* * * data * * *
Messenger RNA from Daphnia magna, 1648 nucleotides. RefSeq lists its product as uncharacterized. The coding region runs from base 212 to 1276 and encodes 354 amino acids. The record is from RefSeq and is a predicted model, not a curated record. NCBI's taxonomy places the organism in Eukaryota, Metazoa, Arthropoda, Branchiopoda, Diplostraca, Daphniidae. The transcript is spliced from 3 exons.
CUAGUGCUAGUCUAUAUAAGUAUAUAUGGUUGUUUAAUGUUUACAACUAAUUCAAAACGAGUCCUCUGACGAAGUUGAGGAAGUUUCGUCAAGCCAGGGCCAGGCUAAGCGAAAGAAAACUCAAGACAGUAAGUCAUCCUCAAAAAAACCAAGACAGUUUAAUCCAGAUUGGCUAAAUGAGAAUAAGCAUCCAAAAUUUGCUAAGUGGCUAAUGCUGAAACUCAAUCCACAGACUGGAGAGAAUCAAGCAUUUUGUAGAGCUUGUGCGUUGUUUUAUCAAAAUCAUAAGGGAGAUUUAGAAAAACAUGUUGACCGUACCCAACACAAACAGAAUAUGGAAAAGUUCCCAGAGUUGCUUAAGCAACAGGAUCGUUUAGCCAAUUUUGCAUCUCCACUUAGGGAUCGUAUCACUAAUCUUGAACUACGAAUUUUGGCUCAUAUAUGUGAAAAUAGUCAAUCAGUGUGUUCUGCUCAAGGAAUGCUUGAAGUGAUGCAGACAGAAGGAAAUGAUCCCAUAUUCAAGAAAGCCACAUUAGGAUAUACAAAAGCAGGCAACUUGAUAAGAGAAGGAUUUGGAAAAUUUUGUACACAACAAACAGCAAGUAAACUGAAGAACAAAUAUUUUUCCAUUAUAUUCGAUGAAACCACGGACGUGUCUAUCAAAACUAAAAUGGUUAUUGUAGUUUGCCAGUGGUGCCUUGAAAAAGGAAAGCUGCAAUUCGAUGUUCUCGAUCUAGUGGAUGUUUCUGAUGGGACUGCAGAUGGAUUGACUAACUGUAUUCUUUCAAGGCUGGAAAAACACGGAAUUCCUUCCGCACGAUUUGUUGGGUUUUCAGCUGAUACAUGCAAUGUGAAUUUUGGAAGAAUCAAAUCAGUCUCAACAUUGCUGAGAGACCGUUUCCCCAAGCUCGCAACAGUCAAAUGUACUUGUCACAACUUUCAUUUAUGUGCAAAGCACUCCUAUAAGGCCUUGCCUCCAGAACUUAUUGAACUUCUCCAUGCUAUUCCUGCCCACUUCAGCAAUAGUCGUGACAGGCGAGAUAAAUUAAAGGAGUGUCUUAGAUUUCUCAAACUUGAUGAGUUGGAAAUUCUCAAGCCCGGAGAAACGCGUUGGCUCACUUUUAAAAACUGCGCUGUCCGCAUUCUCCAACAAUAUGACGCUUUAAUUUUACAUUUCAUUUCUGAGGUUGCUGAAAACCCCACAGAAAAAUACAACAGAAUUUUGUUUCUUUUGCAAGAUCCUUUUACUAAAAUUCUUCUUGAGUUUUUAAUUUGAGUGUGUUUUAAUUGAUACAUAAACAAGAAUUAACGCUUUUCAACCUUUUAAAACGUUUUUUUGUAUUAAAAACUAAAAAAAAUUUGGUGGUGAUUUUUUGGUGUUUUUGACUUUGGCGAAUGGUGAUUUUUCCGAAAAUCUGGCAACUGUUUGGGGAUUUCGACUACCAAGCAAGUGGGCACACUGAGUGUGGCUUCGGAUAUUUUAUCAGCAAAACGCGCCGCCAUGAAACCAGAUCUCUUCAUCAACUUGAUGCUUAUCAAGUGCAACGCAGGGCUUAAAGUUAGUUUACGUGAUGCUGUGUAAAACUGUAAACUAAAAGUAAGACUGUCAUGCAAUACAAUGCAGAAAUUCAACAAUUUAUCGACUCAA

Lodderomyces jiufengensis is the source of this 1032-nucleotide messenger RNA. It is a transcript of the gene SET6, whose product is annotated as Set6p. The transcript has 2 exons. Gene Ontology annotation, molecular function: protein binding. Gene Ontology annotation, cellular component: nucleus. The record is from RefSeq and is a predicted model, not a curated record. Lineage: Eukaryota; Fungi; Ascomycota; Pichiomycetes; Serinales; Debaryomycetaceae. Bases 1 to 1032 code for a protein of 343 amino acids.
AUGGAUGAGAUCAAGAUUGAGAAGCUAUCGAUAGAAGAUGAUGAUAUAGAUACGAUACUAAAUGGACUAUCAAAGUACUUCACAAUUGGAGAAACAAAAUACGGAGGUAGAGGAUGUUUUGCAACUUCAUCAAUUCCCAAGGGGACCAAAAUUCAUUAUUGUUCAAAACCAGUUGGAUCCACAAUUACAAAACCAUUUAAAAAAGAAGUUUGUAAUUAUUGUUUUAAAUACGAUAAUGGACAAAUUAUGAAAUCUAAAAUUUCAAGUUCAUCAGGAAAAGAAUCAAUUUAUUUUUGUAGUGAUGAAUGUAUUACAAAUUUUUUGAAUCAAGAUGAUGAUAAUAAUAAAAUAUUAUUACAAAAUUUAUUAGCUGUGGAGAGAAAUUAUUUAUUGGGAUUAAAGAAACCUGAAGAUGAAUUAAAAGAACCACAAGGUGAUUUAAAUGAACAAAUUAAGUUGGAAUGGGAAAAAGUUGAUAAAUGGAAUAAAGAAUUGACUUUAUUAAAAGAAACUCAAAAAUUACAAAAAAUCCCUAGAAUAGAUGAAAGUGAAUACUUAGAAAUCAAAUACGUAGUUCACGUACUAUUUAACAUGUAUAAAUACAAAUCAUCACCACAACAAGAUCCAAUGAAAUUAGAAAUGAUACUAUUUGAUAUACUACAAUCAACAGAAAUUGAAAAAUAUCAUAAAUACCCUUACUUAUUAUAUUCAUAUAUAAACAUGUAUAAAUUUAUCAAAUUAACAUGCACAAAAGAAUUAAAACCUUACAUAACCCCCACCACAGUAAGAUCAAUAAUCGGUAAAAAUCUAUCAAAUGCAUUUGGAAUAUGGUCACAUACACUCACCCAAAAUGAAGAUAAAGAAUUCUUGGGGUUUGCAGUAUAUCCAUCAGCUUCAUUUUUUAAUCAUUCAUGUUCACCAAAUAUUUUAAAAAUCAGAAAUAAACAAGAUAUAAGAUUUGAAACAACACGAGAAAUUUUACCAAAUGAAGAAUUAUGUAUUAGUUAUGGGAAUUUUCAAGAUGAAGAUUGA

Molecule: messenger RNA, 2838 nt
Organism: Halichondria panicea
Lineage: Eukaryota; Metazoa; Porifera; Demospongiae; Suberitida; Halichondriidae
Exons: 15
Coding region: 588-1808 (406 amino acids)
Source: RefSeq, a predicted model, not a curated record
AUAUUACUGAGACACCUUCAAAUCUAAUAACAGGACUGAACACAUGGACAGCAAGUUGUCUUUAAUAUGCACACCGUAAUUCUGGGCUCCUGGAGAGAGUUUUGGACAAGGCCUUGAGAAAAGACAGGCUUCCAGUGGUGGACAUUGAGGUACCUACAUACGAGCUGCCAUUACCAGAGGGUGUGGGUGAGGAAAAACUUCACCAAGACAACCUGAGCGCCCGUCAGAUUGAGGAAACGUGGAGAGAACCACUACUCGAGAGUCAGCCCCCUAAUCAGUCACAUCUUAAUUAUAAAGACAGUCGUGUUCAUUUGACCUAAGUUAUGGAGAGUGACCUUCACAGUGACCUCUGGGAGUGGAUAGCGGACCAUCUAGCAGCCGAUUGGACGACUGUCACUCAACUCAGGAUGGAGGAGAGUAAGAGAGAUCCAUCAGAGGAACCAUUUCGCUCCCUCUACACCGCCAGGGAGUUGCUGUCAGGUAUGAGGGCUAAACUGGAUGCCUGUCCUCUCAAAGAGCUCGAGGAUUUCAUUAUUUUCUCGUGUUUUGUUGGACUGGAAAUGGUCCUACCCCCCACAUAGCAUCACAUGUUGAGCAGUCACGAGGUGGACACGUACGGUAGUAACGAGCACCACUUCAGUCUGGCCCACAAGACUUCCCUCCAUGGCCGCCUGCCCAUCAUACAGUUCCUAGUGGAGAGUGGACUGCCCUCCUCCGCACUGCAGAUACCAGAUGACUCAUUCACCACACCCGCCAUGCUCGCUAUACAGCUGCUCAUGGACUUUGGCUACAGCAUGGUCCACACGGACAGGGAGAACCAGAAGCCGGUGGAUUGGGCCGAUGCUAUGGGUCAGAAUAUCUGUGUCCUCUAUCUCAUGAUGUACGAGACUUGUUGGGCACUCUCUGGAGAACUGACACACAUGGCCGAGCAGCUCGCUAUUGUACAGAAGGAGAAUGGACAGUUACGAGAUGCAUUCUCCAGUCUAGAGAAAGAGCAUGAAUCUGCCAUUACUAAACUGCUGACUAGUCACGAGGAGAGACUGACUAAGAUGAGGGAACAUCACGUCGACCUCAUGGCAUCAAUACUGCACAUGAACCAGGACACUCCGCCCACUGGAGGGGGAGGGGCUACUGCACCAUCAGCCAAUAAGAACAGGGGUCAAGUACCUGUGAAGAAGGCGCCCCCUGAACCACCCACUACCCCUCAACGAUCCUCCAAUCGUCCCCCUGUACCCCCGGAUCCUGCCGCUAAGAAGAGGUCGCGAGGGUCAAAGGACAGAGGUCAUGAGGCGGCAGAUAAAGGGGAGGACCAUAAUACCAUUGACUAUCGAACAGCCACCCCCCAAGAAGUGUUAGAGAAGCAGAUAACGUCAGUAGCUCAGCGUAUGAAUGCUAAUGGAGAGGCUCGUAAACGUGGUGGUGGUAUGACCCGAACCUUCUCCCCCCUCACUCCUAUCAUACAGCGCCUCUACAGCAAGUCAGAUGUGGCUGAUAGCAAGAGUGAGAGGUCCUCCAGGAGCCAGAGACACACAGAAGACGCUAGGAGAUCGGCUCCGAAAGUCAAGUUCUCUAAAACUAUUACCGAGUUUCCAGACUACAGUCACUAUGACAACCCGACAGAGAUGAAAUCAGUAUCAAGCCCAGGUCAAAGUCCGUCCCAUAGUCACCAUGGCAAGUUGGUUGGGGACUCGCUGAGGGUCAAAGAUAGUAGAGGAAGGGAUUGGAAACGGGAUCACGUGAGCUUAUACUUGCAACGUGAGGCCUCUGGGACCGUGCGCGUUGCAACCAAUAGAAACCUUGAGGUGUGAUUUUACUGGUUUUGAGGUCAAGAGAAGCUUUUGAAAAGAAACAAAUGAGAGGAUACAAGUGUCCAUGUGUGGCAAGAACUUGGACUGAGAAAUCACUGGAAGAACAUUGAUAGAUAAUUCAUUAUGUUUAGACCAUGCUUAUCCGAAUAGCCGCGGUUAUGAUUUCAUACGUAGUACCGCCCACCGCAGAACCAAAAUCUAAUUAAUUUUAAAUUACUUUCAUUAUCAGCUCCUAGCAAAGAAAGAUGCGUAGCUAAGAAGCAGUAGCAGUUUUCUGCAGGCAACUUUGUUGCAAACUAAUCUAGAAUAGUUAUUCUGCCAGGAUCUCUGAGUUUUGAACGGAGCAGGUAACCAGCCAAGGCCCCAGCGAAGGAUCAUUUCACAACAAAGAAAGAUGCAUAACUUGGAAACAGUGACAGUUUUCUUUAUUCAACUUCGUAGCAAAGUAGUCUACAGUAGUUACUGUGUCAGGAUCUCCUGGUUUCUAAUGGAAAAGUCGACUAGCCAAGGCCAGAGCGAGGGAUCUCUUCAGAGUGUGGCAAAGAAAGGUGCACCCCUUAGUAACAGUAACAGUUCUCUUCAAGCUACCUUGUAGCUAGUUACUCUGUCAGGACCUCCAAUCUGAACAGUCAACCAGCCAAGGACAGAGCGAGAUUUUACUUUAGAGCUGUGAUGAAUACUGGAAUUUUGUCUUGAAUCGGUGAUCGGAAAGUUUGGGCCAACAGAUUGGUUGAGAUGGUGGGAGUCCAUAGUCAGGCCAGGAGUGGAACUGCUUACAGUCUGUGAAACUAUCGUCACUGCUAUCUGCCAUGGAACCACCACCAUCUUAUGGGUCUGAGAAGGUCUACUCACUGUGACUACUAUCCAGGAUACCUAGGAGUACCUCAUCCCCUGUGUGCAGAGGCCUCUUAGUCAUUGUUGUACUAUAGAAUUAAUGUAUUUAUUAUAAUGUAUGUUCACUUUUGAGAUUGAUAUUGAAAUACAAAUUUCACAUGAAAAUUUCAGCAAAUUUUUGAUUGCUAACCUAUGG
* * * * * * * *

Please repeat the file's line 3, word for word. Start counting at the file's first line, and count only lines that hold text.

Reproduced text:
Lodderomyces jiufengensis is the source of this 1032-nucleotide messenger RNA. It is a transcript of the gene SET6, whose product is annotated as Set6p. The transcript has 2 exons. Gene Ontology annotation, molecular function: protein binding. Gene Ontology annotation, cellular component: nucleus. The record is from RefSeq and is a predicted model, not a curated record. Lineage: Eukaryota; Fungi; Ascomycota; Pichiomycetes; Serinales; Debaryomycetaceae. Bases 1 to 1032 code for a protein of 343 amino acids.